11 Things That Cause Fear & Anxiety in Cats What’s Your Feline Afraid Of?

The feline species may come off as calm and collected but there are still some things that can take the most cool-as-a-cucumber nature and turn it into a freaked out “fraidy cat.”

Read on for the top 11 things that cause fear and anxiety in cats - what’s your feline afraid of?

1. Dogs

The rival between cats and dogs has been going on since the dawn of time. Whether it be because cats have an air of superiority when it comes to the canine species, or that it’s just because dogs tend to bark and kick up a fuss when they spot a cat. Either way, cats that have not been raised or exposed to dogs can make their fears very well known. This can include puffing up their fur, arching their backs, hissing, growling, and lashing out.

Tip: To avoid fear in your cat, always put your feline in a separate room away from a visiting pooch.

angry dog with bared teeth

2. Strangers

Cats that have not been properly socialized as kittens may have fear and anxiety when it comes to newcomers in your home. This can force your feline friend to run away and hide every time someone comes to the door. If this describes your cat, allow your pet time to adjust to the newcomer. Never force your pet to be cuddled, held, or restrained by a “stranger”, as this will only make matters worse.

Tip: To help forge a relationship with a cat, move slowly, speak softly, and use its favorite treats

3. Loud Noises

The cat’s sense of hearing is considerably better than ours. This helps them stay safe and hunt for food in the wild. However, when we domesticated this species, we failed to take into consideration the modern-world noises that come with daily life. Sounds such as a running vacuum cleaner, a blender, emergency vehicle sirens, firecrackers, or any abrupt sound can cause quite a fright in the feline species. If your cat has demonstrated a fear reaction to certain sounds, try to avoid making them in its presence.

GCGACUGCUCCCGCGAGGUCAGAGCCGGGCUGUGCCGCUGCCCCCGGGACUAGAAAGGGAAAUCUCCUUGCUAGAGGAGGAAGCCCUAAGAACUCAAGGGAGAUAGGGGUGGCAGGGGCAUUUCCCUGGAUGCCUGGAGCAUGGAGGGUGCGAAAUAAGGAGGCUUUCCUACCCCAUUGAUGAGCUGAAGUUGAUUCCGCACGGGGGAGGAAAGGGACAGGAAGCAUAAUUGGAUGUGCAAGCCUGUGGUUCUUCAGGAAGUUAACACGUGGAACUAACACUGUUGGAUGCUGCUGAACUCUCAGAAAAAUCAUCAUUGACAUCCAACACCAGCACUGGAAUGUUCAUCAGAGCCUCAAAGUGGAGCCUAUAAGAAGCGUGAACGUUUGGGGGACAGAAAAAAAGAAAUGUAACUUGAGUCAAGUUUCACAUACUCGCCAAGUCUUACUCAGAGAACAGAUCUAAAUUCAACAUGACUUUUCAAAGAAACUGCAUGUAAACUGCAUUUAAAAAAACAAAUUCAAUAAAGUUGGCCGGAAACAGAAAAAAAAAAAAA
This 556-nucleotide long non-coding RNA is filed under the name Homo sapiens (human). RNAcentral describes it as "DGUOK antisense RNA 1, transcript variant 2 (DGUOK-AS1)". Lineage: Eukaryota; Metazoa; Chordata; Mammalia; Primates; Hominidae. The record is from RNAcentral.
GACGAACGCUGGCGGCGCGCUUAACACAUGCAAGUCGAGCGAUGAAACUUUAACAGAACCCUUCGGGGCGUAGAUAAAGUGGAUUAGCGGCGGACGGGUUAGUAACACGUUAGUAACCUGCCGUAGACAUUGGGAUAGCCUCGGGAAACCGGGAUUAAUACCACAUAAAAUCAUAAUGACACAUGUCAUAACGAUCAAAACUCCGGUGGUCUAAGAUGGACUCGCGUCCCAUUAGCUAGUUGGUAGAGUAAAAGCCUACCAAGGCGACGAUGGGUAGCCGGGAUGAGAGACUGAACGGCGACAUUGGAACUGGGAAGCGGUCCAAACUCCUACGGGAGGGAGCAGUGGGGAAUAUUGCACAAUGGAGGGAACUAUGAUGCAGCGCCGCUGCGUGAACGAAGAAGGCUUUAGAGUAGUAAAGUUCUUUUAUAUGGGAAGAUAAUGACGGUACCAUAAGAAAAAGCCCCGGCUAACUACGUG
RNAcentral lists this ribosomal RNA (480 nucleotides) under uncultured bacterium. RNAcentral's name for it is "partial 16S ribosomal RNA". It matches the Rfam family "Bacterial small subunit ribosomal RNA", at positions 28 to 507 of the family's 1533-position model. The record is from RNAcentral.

Tip: If your cat is extremely sensitive to a variety of noises, try using a calming spray to help relax it’s nerves.

4. Illness

Sickness and pain can be a source of anxiety and fear in cats. Not only does your pet not feel well, which usually means it may not be eating or drinking as usual, but necessary vet visits and medications can also be very stressful.


Tip: Make your cat extra comfortable when it’s sick by providing it with a warm, quiet place to rest.

5. Cars Rides

Unlike our canine companions that love to have the wind blowing back their ears while their heads are stuck out the window zooming down the highway, cats don’t usually enjoy car trips. Whether the stress comes from being confined in a kennel, the movement of the vehicle or the destination itself (which may also be unpleasant, ie. veterinarians or groomers) your cat’s anxiety can manifest as howling, meowing, or even vomiting or diarrhea.

Tip: Draping a light towel or blanket over your cat’s kennel when in the car can help reduce some stress and fear.

the cat is walking on the street

6. Water

Even though some cat breeds adore the wet stuff, most other felines detest water and will avoid it at all costs. Why? One theory states that since the feline species evolved in the desert and arid climates, they didn’t adapt to rivers, ponds, or heavy rainfall. Another reason cites that cats are very meticulous and having a wet coat is more difficult to keep groomed.